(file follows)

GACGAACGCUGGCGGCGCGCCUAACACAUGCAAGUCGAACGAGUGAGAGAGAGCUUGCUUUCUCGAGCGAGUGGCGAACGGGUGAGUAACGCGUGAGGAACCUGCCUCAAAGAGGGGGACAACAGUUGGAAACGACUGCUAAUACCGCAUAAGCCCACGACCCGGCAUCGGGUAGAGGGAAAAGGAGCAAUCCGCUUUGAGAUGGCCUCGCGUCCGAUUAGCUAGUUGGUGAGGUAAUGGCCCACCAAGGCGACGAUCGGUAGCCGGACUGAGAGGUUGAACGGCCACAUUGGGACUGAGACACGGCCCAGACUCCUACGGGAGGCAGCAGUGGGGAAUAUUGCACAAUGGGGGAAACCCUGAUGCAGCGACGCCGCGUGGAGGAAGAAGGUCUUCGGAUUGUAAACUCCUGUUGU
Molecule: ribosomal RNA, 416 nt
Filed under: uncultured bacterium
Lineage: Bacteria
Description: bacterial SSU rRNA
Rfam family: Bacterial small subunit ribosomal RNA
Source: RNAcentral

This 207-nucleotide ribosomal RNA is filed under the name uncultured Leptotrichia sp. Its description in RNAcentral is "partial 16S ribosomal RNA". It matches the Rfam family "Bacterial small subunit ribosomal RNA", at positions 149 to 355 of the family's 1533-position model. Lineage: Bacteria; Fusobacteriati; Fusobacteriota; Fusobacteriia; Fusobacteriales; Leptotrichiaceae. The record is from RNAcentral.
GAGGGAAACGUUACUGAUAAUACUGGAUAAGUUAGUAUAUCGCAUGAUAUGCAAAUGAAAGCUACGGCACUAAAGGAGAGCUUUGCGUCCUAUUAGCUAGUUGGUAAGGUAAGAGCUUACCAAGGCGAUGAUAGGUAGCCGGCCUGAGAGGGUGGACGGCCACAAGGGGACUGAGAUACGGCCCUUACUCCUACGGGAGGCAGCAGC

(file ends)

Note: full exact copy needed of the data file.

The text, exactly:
GACGAACGCUGGCGGCGCGCCUAACACAUGCAAGUCGAACGAGUGAGAGAGAGCUUGCUUUCUCGAGCGAGUGGCGAACGGGUGAGUAACGCGUGAGGAACCUGCCUCAAAGAGGGGGACAACAGUUGGAAACGACUGCUAAUACCGCAUAAGCCCACGACCCGGCAUCGGGUAGAGGGAAAAGGAGCAAUCCGCUUUGAGAUGGCCUCGCGUCCGAUUAGCUAGUUGGUGAGGUAAUGGCCCACCAAGGCGACGAUCGGUAGCCGGACUGAGAGGUUGAACGGCCACAUUGGGACUGAGACACGGCCCAGACUCCUACGGGAGGCAGCAGUGGGGAAUAUUGCACAAUGGGGGAAACCCUGAUGCAGCGACGCCGCGUGGAGGAAGAAGGUCUUCGGAUUGUAAACUCCUGUUGU
Molecule: ribosomal RNA, 416 nt
Filed under: uncultured bacterium
Lineage: Bacteria
Description: bacterial SSU rRNA
Rfam family: Bacterial small subunit ribosomal RNA
Source: RNAcentral

This 207-nucleotide ribosomal RNA is filed under the name uncultured Leptotrichia sp. Its description in RNAcentral is "partial 16S ribosomal RNA". It matches the Rfam family "Bacterial small subunit ribosomal RNA", at positions 149 to 355 of the family's 1533-position model. Lineage: Bacteria; Fusobacteriati; Fusobacteriota; Fusobacteriia; Fusobacteriales; Leptotrichiaceae. The record is from RNAcentral.
GAGGGAAACGUUACUGAUAAUACUGGAUAAGUUAGUAUAUCGCAUGAUAUGCAAAUGAAAGCUACGGCACUAAAGGAGAGCUUUGCGUCCUAUUAGCUAGUUGGUAAGGUAAGAGCUUACCAAGGCGAUGAUAGGUAGCCGGCCUGAGAGGGUGGACGGCCACAAGGGGACUGAGAUACGGCCCUUACUCCUACGGGAGGCAGCAGC